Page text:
Since Tucson really only has two seasons—hot and chilly—we must rely on other means than the weather to determine when fall has arrived: The streets fill up with the puttering cars of snowbirds; the bars fill up with drunken revelers, er, college students; and the Tucson Weekly's Fall Club Crawl® takes over the downtown and Fourth Avenue area for one night of just about every kind of music.

This fall's Crawl will do just that—bring around 90 acts, both local and national, to about 30 stages—on Saturday, Oct. 1, and thousands upon thousands of music fans will be there to witness it.

One reason I especially love Club Crawl® is that, for one night, some 14,000 people are brought to downtown and Fourth Avenue for the shared interest of seeing some great live music—and it makes our humble town feel like the city it actually is.

Another reason to love the Crawl is that it's one hell of a bargain: Grab a wristband in advance, anytime before Saturday, at either Zia Records location, and they're only $8. And if you forget to do so (slacker!), they're only $10 at the gate. It's a steal either way. Apologies to you young'uns: The Fall Club Crawl® is a 21-and-over event.

Check out our comprehensive guide in this issue. Fold up that sucker, and stick it in your pocket or purse—it's got a map, venue schedules and descriptions of all the acts that will be performing. Also, head on over to, and sign up for our text-message updates. It's free to do, and you'll be alerted to any notable activities (special guests, how long lines are, etc.) on the night of the event.

As always, thanks to all of our sponsors—and as always, we urge you to be responsible. Taxicabs are there for a reason, after all. Most importantly, have a great time.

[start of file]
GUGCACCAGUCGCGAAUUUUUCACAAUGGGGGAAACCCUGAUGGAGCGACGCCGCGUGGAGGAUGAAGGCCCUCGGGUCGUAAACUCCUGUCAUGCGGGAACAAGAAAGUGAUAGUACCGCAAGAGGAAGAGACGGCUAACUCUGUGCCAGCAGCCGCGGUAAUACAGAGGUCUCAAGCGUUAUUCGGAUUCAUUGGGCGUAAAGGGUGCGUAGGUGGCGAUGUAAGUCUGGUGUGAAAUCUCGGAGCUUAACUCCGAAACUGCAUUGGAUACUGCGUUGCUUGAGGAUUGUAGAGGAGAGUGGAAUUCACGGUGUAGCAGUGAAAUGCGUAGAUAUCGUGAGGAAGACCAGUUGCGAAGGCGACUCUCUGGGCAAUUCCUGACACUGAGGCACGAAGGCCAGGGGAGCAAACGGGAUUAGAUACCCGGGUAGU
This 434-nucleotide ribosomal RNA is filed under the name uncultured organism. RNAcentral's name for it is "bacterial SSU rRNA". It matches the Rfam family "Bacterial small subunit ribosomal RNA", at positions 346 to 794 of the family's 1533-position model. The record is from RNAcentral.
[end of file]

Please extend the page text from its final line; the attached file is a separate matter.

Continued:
We'll see you there!


After years of being underutilized, the Fox Tucson Theatre has been booking lots of great shows recently. Last week saw a concert by the legendary Emmylou Harris (see our live review of the show on Page 47), and this week, the theater is bringing another bona fide legend to town.

Just as Bob Dylan elevated the pop-song form to new literary levels, Kris Kristofferson did so for country music. Similarly, most of Dylan's songs climbed the charts only after they were covered by other artists, and the same goes for Kristofferson. (Both men possess voices that are something of an acquired taste.) But check out a list of those hits: "Me and Bobby McGee," "Sunday Mornin' Comin' Down," "Help Me Make It Through the Night," "Loving Her Was Easier (Than Anything I'll Ever Do Again)," "For the Good Times," etc. Impressive, no?

Kristofferson also did a lot to advance country music in the minds of folks who wrote it off as hillbilly fare. He graduated Phi Beta Kappa from Pomona College and went on to earn his master's degree in English literature at Oxford University. His songwriting career was jumpstarted when Roger Miller recorded three of his songs for Miller's 1969 self-titled album, one of which, "Me and Bobby McGee," hit the Top 20 on the country charts. (Of course, Janis Joplin later had even more success with the same song.) Shortly after that, none other than Johnny Cash, one of Kristofferson's idols, gave him his big break in performing when he invited Kristofferson to appear on his TV show.

Since then, Kristofferson has shifted back and forth between his musical career—which included a stint as a member of country supergroup The Highwaymen, along with Johnny Cash, Willie Nelson and Waylon Jennings—and acting; he's appeared in dozens of films starting in the 1970s. Kristofferson doesn't tour a whole lot anymore (he recently turned 75), which makes his appearance here next week all the more special.

The legendary Kris Kristofferson performs at 7:30 p.m., next Thursday, Oct. 6, at the Fox Tucson Theatre, 17 W. Congress St. Advance tickets are available for $38 and $48 at the venue's box office or online at Call 547-3040 for more information.